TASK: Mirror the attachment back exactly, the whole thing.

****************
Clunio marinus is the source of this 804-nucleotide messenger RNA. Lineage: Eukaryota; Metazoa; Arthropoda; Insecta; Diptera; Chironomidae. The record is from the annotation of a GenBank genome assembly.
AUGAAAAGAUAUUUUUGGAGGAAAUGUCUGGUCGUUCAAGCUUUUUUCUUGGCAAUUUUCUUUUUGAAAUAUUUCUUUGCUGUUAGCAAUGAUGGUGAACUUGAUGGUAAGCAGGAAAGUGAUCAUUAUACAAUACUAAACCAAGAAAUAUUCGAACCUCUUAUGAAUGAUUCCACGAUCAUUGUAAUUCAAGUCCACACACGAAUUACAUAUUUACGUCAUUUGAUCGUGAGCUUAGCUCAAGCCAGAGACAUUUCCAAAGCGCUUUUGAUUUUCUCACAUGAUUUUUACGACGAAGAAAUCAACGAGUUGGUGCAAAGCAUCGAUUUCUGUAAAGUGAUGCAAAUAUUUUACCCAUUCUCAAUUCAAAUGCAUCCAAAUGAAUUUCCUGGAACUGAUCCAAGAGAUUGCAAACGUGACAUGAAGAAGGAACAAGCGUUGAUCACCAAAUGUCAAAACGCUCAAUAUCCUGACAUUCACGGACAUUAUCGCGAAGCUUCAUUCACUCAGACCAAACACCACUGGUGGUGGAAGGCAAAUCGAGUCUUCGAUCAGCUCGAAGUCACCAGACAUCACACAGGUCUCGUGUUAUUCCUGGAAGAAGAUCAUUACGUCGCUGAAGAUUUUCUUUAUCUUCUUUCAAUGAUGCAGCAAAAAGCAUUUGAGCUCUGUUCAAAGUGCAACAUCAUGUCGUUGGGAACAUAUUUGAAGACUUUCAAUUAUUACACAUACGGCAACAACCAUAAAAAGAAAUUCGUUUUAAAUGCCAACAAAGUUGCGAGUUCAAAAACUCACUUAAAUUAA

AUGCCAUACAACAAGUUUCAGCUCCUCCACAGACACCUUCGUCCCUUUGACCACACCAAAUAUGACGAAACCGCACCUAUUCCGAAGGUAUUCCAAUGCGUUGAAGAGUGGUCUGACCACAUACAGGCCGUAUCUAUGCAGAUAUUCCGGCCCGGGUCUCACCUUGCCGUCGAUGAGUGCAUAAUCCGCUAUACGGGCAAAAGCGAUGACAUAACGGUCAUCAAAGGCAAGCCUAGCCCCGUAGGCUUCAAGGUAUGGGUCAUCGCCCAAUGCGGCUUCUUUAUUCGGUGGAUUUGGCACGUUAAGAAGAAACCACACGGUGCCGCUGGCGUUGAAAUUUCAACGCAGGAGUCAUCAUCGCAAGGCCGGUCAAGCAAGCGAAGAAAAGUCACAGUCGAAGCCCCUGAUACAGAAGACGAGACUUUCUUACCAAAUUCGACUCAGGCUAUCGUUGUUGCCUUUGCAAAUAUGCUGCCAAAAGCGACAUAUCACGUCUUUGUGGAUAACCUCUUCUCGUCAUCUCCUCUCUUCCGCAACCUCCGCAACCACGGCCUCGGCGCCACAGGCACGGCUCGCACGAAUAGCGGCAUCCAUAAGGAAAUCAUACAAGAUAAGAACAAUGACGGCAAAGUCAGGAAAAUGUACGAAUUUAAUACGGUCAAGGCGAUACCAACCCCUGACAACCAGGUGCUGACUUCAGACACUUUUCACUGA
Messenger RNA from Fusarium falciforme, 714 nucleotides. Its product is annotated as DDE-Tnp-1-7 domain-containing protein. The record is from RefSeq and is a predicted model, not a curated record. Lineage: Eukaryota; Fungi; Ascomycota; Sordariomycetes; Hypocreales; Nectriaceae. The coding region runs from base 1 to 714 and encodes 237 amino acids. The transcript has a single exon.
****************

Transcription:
Clunio marinus is the source of this 804-nucleotide messenger RNA. Lineage: Eukaryota; Metazoa; Arthropoda; Insecta; Diptera; Chironomidae. The record is from the annotation of a GenBank genome assembly.
AUGAAAAGAUAUUUUUGGAGGAAAUGUCUGGUCGUUCAAGCUUUUUUCUUGGCAAUUUUCUUUUUGAAAUAUUUCUUUGCUGUUAGCAAUGAUGGUGAACUUGAUGGUAAGCAGGAAAGUGAUCAUUAUACAAUACUAAACCAAGAAAUAUUCGAACCUCUUAUGAAUGAUUCCACGAUCAUUGUAAUUCAAGUCCACACACGAAUUACAUAUUUACGUCAUUUGAUCGUGAGCUUAGCUCAAGCCAGAGACAUUUCCAAAGCGCUUUUGAUUUUCUCACAUGAUUUUUACGACGAAGAAAUCAACGAGUUGGUGCAAAGCAUCGAUUUCUGUAAAGUGAUGCAAAUAUUUUACCCAUUCUCAAUUCAAAUGCAUCCAAAUGAAUUUCCUGGAACUGAUCCAAGAGAUUGCAAACGUGACAUGAAGAAGGAACAAGCGUUGAUCACCAAAUGUCAAAACGCUCAAUAUCCUGACAUUCACGGACAUUAUCGCGAAGCUUCAUUCACUCAGACCAAACACCACUGGUGGUGGAAGGCAAAUCGAGUCUUCGAUCAGCUCGAAGUCACCAGACAUCACACAGGUCUCGUGUUAUUCCUGGAAGAAGAUCAUUACGUCGCUGAAGAUUUUCUUUAUCUUCUUUCAAUGAUGCAGCAAAAAGCAUUUGAGCUCUGUUCAAAGUGCAACAUCAUGUCGUUGGGAACAUAUUUGAAGACUUUCAAUUAUUACACAUACGGCAACAACCAUAAAAAGAAAUUCGUUUUAAAUGCCAACAAAGUUGCGAGUUCAAAAACUCACUUAAAUUAA

AUGCCAUACAACAAGUUUCAGCUCCUCCACAGACACCUUCGUCCCUUUGACCACACCAAAUAUGACGAAACCGCACCUAUUCCGAAGGUAUUCCAAUGCGUUGAAGAGUGGUCUGACCACAUACAGGCCGUAUCUAUGCAGAUAUUCCGGCCCGGGUCUCACCUUGCCGUCGAUGAGUGCAUAAUCCGCUAUACGGGCAAAAGCGAUGACAUAACGGUCAUCAAAGGCAAGCCUAGCCCCGUAGGCUUCAAGGUAUGGGUCAUCGCCCAAUGCGGCUUCUUUAUUCGGUGGAUUUGGCACGUUAAGAAGAAACCACACGGUGCCGCUGGCGUUGAAAUUUCAACGCAGGAGUCAUCAUCGCAAGGCCGGUCAAGCAAGCGAAGAAAAGUCACAGUCGAAGCCCCUGAUACAGAAGACGAGACUUUCUUACCAAAUUCGACUCAGGCUAUCGUUGUUGCCUUUGCAAAUAUGCUGCCAAAAGCGACAUAUCACGUCUUUGUGGAUAACCUCUUCUCGUCAUCUCCUCUCUUCCGCAACCUCCGCAACCACGGCCUCGGCGCCACAGGCACGGCUCGCACGAAUAGCGGCAUCCAUAAGGAAAUCAUACAAGAUAAGAACAAUGACGGCAAAGUCAGGAAAAUGUACGAAUUUAAUACGGUCAAGGCGAUACCAACCCCUGACAACCAGGUGCUGACUUCAGACACUUUUCACUGA
Messenger RNA from Fusarium falciforme, 714 nucleotides. Its product is annotated as DDE-Tnp-1-7 domain-containing protein. The record is from RefSeq and is a predicted model, not a curated record. Lineage: Eukaryota; Fungi; Ascomycota; Sordariomycetes; Hypocreales; Nectriaceae. The coding region runs from base 1 to 714 and encodes 237 amino acids. The transcript has a single exon.